The Jackdaw (Corvus monedula) is the smallest of the UK’s eight corvid (or crow) species. Recognisable from the others not only by its size but by its silvery/grey hood, pale eyes and distinctive ‘jack’ call. It is from the call that the bird gets its name.

Jackdaws are probably best known form dropping large numbers of sticks down chimneys in the spring as they try to cornet a nest. However there is more to this diminutive corvid than meets the eye.

Photo of a JackdawPhoto credit: Graham Coules

A social bird, the Jackdaw lives in small flocks throughout the year. Because of this group living they have adapted many complex social structures and interactions.

The Jackdaw will pair for life, which can be as long as nineteen years, but is more typically around five years. The pair will stay together year round and once paired with her mate the female assumes the social rank of the male within the flock.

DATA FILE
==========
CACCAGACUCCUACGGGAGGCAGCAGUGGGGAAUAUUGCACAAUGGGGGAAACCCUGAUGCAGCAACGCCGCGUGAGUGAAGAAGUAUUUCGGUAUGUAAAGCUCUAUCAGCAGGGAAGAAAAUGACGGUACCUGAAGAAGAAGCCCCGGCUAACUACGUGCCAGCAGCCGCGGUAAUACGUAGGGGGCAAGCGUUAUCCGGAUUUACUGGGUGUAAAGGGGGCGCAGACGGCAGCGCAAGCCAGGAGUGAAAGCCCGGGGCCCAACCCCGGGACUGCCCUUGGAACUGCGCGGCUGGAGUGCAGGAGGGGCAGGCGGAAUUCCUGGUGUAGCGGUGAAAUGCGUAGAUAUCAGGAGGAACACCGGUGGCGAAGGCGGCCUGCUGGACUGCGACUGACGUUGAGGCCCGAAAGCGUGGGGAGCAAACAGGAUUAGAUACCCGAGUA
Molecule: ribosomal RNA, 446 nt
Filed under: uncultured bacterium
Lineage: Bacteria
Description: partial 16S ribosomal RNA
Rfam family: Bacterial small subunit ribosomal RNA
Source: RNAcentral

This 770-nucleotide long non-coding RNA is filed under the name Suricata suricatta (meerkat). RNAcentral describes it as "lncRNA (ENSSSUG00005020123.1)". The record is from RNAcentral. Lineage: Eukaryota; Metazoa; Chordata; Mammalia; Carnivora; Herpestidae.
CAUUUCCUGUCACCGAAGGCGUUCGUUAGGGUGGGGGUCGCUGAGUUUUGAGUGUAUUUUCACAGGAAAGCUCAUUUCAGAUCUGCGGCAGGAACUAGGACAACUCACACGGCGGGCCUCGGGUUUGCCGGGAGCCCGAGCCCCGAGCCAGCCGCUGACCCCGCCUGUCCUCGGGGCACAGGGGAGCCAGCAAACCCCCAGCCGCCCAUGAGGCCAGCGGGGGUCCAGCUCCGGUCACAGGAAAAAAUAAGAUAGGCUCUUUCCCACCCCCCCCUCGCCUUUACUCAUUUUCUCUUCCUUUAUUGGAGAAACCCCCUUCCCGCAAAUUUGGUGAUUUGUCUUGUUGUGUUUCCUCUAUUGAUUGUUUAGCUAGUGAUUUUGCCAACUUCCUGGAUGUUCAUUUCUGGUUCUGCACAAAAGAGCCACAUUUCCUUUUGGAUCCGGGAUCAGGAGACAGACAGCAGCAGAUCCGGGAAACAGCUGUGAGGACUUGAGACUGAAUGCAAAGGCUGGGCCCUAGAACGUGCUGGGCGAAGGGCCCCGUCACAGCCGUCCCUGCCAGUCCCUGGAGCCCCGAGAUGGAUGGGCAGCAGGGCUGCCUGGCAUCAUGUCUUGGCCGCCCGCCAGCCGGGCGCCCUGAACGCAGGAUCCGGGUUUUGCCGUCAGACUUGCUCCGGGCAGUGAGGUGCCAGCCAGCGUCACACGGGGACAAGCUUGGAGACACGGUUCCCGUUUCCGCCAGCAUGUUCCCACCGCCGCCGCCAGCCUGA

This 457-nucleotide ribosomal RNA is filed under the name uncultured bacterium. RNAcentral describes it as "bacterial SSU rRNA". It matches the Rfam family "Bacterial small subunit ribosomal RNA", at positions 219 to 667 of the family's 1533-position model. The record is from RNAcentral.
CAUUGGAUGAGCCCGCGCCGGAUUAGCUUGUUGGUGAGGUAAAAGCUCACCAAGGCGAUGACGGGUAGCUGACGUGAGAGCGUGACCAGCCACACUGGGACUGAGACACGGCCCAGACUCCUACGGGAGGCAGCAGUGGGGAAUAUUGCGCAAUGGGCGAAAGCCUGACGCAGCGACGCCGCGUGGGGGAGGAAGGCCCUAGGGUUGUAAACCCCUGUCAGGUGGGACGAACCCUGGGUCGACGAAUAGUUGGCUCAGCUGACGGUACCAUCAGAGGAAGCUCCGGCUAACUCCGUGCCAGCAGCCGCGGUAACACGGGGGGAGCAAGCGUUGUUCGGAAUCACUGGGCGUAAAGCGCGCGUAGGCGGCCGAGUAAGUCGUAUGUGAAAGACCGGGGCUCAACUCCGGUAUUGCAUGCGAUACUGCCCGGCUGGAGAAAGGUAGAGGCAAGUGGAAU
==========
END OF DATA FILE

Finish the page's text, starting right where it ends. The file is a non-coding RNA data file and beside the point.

Breeding begins early in the year, with eggs being laid in March. The nest will usually be located in a hole in a tree or building; providing a safe place for the four or five chicks to grow.

Once the young have fledged they will likely stay in the local area for most of their lives. Jackdaws are generally sedentary with some birds from the continent joining the resident birds for the winter months.

Jackdaws are intelligent and adaptable. They have observed using tools and will also care for injured relatives. It is this intelligence and adaptability that has served them well in a world radically altered by humans.

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